Apple isn’t really known for being the bad boy of the tech world, but today the company is front and center when it comes to the U.S government’s bad list. Apple has opposed a federal court order demanding that the company write special software that allows the federal government in the United States to tap into Apple devices when needed.
This court order comes after Federal Bureau of Investigation asked Apple to provide the passcode for Apple devices belonging to San Bernadino shooter Syed Farook. The Bureau believes that the locked Apple devices might provide necessary and crucial communication information. Farook and his wife were both killed by police following the shootings, but the Apple devices the two used are still intact.
Why would a company like Apple refuse to unlock a phone that belonged to a terrorist? Apple argues that even if the phone and other devices contain vital information that the FBI might use to thwart other attacks, tapping into this phone or providing software that allows the FBI to easily access Apple devices elsewhere can put personal security at risk.
The U.S. government cannot access Farook’s Apple devices currently because of security features built into the devices. One such feature requires that a person wait a number of minutes before attempting to entering various passwords -- a real problem for the FBI agents that are trying to crack Farook’s passwords by trying multiple combinations.
A Hot Debate
Legal advocates through the United States are debating the Apple case hotly today. Some argue that allowing the government special access to software that can unlock any Apple device at any time violates personal rights. Others argue that terrorists like Farook do not have any rights.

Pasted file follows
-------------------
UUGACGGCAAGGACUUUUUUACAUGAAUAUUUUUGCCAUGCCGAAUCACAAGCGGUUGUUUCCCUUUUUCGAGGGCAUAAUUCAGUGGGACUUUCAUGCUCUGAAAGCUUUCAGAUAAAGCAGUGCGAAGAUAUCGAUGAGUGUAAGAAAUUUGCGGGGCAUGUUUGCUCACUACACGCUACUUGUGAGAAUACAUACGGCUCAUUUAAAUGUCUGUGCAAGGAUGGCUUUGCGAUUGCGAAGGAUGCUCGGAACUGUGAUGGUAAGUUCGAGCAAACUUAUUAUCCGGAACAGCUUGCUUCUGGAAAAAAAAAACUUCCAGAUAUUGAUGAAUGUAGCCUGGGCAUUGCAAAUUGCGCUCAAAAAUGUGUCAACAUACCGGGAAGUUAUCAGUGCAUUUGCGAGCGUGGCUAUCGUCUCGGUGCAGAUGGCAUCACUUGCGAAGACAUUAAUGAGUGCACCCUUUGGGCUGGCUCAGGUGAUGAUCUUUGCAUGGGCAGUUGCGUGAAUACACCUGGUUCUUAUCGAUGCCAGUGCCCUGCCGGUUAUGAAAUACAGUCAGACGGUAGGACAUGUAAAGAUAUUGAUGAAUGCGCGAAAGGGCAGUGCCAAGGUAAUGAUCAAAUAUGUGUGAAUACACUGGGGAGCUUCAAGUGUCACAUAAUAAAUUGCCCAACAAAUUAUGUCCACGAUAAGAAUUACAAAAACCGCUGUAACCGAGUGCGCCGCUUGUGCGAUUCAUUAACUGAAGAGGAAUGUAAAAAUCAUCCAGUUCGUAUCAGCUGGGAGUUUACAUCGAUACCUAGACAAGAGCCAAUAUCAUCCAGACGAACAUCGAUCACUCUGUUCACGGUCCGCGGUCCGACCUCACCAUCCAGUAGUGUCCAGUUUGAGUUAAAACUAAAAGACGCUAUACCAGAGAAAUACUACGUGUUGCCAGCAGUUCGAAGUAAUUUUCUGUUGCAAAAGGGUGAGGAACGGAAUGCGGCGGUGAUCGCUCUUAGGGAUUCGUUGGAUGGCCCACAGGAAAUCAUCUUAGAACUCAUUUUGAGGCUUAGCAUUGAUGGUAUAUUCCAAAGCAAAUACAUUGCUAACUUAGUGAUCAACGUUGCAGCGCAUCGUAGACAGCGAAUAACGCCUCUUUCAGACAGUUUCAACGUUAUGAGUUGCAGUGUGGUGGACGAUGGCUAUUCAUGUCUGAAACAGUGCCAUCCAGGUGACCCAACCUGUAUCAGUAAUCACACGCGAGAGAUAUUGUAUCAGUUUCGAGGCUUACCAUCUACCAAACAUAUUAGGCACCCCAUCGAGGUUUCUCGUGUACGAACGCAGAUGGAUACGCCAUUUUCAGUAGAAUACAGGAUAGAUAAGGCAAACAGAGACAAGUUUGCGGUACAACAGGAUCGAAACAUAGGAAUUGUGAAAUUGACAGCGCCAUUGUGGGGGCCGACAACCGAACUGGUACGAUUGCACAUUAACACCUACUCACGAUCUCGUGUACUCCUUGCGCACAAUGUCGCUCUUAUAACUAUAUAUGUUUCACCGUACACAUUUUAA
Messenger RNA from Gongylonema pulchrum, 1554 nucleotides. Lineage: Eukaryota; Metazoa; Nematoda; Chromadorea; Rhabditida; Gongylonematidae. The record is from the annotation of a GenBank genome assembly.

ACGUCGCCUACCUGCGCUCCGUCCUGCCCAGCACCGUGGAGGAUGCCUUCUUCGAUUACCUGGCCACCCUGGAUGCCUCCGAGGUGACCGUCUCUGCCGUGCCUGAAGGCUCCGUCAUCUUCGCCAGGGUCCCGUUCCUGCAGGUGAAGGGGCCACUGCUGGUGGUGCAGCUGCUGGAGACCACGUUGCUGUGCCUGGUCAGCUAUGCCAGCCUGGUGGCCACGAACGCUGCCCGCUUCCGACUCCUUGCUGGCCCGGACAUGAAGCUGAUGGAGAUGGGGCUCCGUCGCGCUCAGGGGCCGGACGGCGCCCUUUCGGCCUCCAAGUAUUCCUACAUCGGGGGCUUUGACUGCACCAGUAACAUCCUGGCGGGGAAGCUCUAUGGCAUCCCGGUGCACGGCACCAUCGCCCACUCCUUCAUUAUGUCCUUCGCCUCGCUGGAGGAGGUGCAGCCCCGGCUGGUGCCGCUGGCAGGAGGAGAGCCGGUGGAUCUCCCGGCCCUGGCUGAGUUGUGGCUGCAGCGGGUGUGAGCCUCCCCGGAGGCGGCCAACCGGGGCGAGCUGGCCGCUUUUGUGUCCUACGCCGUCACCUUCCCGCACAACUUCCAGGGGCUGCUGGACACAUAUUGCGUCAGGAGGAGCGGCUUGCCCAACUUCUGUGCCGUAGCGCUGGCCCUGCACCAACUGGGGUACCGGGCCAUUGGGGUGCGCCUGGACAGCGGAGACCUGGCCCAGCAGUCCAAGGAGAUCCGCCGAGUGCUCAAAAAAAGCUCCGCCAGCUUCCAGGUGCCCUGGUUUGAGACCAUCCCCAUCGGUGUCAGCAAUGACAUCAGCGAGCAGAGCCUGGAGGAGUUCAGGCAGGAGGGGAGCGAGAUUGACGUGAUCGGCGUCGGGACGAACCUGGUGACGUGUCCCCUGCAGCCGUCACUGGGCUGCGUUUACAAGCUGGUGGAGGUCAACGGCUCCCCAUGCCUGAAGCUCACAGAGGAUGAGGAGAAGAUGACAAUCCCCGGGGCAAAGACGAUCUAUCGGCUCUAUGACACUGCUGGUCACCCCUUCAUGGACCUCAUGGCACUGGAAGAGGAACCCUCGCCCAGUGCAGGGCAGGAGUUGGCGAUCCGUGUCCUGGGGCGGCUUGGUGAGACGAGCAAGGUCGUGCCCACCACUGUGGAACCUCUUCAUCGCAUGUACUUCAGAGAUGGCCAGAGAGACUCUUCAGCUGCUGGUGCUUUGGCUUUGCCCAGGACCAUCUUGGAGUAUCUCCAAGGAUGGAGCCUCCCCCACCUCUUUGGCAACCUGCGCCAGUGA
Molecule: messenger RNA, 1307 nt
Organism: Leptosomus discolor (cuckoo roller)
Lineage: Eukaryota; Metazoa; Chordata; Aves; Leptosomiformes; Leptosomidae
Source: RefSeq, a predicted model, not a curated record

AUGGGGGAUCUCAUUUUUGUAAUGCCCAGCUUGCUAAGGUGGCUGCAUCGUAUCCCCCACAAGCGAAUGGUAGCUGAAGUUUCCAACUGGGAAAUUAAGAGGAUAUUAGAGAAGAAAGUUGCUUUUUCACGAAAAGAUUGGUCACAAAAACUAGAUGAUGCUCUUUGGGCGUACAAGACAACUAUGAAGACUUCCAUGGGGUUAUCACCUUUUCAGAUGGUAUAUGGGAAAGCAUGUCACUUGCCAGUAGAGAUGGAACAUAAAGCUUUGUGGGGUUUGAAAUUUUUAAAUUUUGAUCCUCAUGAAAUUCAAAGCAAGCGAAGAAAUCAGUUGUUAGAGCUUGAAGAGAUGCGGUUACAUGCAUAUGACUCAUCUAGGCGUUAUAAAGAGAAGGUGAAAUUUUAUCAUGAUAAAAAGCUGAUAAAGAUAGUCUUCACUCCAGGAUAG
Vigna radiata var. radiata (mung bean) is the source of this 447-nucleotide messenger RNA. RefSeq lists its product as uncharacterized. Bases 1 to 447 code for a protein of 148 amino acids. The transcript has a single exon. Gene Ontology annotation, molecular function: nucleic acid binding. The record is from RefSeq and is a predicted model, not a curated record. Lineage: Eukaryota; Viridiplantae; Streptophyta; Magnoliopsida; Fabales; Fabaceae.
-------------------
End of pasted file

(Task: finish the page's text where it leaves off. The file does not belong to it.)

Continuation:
Security engineers have also taken issue with the aforementioned court order stating that building such software into devices would break the trust that consumers have with a company like Apple. Apple devices are known for being extremely secure. Were the company to comply with the court order and build the requested software into every Apple device, consumers would no longer trust Apple or its devices.
An Uphill Battle
Even though Apple has appealed the court order, it doesn’t look like this is going to be an easy fight for the company. Many are against Apple’s decision to fight this government request. There are definitely two sides to this argument. Forcing Apple to provide security password software to government authorities in the United States might just ruin the company. On the other hand, the fact that Apple will not provide Farook’s password information or software that allows the government to tap into Apple devices elsewhere have already lost Apple a few followers.
It doesn’t look like Apple will win this fight. If Apple is forced to build the software requested, the same will be asked of other companies as well. This may, in the end, lead to a lot of Big Brother spying. Or, it could just mean that terrorist details and communications will finally be known.